"Why are these government agencies so anxious to keep these 'church' plans exempt from ERISA? Because they might be the worst funded Defined Benefit plans in the country and ... the only place these church plan liabilities appear is in Schedule D, Part X of the sponsor's 990 form. Without any funding requirement many of these plans may already be in pay-as-you-go mode with massive unfunded liabilities that would stretch the resources of government agencies that could be charged with overseeing their solvency." (Burypensions)
Feds Break Silence, Back Hospitals in Battle Over Church Plan Status
"Five federal agencies have asked the U.S. Supreme Court to rule that religiously affiliated hospitals can run pension plans exempt from federal law ... If the Supreme Court rules that these pension plans are subject to ERISA after being run as ERISA-exempt for years, the agencies charged with pension oversight will need to be on the same page in formulating a response ... This coordinated amicus brief suggests that those conversations already may be underway ... The brief is noteworthy for being a rare example of the DOL supporting an employer in a dispute over workers' pension benefits." (Bloomberg BNA)
Text of Amicus Brief of U.S. to Supreme Court on Definition of Church Plan (PDF)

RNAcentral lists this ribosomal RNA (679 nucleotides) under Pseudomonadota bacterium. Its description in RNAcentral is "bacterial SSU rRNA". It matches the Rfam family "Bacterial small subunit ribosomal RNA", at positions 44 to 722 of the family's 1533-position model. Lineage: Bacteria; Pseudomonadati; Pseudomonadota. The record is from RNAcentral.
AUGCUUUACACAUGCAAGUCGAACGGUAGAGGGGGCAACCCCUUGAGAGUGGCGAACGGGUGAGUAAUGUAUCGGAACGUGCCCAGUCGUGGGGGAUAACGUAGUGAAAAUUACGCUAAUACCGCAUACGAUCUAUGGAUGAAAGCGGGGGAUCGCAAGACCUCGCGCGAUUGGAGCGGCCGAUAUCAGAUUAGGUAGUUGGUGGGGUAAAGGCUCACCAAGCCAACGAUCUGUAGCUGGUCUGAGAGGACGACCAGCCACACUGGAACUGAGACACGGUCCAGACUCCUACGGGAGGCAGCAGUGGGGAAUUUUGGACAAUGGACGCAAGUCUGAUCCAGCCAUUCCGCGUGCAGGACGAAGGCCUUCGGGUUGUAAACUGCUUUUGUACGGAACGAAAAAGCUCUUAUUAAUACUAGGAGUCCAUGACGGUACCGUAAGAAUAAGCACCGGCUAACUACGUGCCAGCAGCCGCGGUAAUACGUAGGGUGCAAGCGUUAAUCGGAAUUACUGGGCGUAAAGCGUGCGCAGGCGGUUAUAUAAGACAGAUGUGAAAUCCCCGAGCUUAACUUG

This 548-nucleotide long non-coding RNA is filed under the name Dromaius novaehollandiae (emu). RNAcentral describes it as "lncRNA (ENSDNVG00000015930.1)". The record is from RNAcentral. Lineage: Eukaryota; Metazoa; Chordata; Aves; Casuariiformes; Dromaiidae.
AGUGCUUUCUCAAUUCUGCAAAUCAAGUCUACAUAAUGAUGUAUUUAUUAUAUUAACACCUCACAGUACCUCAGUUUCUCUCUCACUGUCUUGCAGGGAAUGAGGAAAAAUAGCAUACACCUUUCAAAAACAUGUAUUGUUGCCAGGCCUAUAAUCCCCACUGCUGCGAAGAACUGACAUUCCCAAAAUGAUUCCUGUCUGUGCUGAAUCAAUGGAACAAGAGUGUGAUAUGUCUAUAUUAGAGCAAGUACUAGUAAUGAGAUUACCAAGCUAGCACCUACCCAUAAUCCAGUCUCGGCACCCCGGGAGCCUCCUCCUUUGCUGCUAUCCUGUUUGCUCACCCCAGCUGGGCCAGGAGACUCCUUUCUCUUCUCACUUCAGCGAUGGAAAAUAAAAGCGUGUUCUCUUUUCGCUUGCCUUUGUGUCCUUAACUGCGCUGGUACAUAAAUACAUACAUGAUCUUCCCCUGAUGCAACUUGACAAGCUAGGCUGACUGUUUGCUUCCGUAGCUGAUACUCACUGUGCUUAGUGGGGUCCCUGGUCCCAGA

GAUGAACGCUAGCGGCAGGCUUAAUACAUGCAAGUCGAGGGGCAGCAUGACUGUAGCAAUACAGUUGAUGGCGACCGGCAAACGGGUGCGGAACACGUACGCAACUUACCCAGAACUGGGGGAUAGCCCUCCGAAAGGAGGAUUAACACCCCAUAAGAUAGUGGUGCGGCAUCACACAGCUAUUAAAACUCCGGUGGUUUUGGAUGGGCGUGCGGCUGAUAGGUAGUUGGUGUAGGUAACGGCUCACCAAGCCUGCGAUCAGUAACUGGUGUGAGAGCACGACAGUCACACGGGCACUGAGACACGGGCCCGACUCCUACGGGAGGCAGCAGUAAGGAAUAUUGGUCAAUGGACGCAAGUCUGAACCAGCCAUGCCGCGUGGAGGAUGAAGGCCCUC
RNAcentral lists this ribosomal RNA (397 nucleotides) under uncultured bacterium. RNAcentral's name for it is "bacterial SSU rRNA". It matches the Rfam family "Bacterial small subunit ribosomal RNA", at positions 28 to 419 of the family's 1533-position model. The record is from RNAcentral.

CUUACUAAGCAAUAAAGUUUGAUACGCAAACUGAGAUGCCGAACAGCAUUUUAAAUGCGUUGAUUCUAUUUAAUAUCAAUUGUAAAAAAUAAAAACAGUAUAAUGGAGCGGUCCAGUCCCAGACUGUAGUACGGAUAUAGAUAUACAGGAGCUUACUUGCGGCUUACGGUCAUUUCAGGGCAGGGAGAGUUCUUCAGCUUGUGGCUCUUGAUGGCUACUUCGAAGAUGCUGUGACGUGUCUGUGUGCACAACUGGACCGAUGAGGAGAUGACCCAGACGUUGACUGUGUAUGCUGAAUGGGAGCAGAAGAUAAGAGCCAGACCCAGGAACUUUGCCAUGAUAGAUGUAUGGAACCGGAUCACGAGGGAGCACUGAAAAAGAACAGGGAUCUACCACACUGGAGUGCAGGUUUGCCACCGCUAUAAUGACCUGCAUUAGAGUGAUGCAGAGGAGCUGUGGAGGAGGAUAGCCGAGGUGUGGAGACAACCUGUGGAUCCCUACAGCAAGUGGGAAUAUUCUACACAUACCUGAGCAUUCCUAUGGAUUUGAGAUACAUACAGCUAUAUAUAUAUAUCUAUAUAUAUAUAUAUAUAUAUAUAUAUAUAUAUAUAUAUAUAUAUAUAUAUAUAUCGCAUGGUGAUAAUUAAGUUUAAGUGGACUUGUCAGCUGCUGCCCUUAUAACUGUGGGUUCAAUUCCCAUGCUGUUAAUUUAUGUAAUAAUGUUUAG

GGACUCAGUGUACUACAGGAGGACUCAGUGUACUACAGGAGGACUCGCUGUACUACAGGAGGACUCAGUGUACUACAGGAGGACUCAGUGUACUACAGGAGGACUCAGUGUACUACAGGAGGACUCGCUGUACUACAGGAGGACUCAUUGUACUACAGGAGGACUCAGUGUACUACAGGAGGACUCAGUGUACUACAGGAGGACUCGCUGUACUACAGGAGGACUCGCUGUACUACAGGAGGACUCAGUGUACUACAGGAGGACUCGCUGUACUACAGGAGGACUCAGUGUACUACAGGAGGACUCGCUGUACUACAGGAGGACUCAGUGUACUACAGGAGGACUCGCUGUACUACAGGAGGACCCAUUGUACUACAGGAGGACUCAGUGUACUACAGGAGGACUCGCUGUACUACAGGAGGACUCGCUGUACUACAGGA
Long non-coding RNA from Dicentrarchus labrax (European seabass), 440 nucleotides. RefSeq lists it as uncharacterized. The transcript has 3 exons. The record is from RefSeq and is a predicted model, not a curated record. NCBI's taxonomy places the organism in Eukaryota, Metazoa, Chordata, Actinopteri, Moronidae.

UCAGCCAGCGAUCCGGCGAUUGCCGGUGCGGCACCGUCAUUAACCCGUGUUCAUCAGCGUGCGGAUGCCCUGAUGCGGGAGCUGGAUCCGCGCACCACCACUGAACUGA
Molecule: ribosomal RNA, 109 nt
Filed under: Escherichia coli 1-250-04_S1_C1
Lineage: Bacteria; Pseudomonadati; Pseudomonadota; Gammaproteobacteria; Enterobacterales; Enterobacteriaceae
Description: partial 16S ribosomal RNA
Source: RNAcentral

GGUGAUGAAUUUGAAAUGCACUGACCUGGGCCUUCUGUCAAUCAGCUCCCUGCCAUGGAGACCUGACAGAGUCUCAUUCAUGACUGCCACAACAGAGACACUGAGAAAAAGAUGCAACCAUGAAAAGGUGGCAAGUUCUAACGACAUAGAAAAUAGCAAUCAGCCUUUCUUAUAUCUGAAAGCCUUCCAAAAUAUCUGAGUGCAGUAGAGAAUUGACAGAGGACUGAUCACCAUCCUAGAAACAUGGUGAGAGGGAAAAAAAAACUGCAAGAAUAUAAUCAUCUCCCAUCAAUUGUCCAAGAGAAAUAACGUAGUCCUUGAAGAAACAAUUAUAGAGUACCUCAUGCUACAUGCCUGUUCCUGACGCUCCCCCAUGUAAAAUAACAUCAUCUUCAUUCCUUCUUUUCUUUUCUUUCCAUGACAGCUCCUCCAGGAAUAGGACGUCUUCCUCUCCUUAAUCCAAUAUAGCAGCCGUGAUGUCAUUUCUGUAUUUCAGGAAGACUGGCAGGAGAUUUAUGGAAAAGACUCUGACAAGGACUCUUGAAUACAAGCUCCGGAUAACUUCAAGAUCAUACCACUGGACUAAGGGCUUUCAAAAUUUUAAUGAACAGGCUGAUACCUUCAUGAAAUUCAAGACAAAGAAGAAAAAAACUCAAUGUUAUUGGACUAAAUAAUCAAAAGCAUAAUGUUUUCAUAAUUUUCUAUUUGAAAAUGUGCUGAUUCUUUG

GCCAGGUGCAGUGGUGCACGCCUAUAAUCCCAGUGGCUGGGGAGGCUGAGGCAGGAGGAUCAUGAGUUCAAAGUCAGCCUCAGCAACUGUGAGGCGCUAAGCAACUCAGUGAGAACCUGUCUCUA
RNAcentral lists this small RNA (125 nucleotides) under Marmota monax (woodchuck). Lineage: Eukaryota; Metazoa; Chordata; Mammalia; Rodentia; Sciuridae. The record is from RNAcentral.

67 pages. "[T]he agencies responsible for administering ERISA's complex regulatory scheme have consistently concluded that such a plan need not be initially established by a church to qualify as exempt. That longstanding interpretation is correct. [1] The agencies' interpretation is the natural reading of the statutory text.... [2] The context, history, and purpose of the MPPAA amendments reinforce the natural reading of the text.... [3] If there were any doubt about the best interpretation of the church-plan definition, it would be resolved by the position adopted and consistently applied by the IRS, DOL, and PBGC.... [4] Neither respondents nor the courts of appeals identified any sound reason to upset decades of reliance interests by imposing a requirement that a church plan be initially 'established' by a church." [Dignity Health v. Rollins, No. 16-258 (cert. pet. granted Dec. 3, 2016)] (U.S. Department of Labor [DOL]; Pension Benefit Guaranty Corporation [PBGC]; U.S. Department of the Treasury; and U.S. Department of Justice)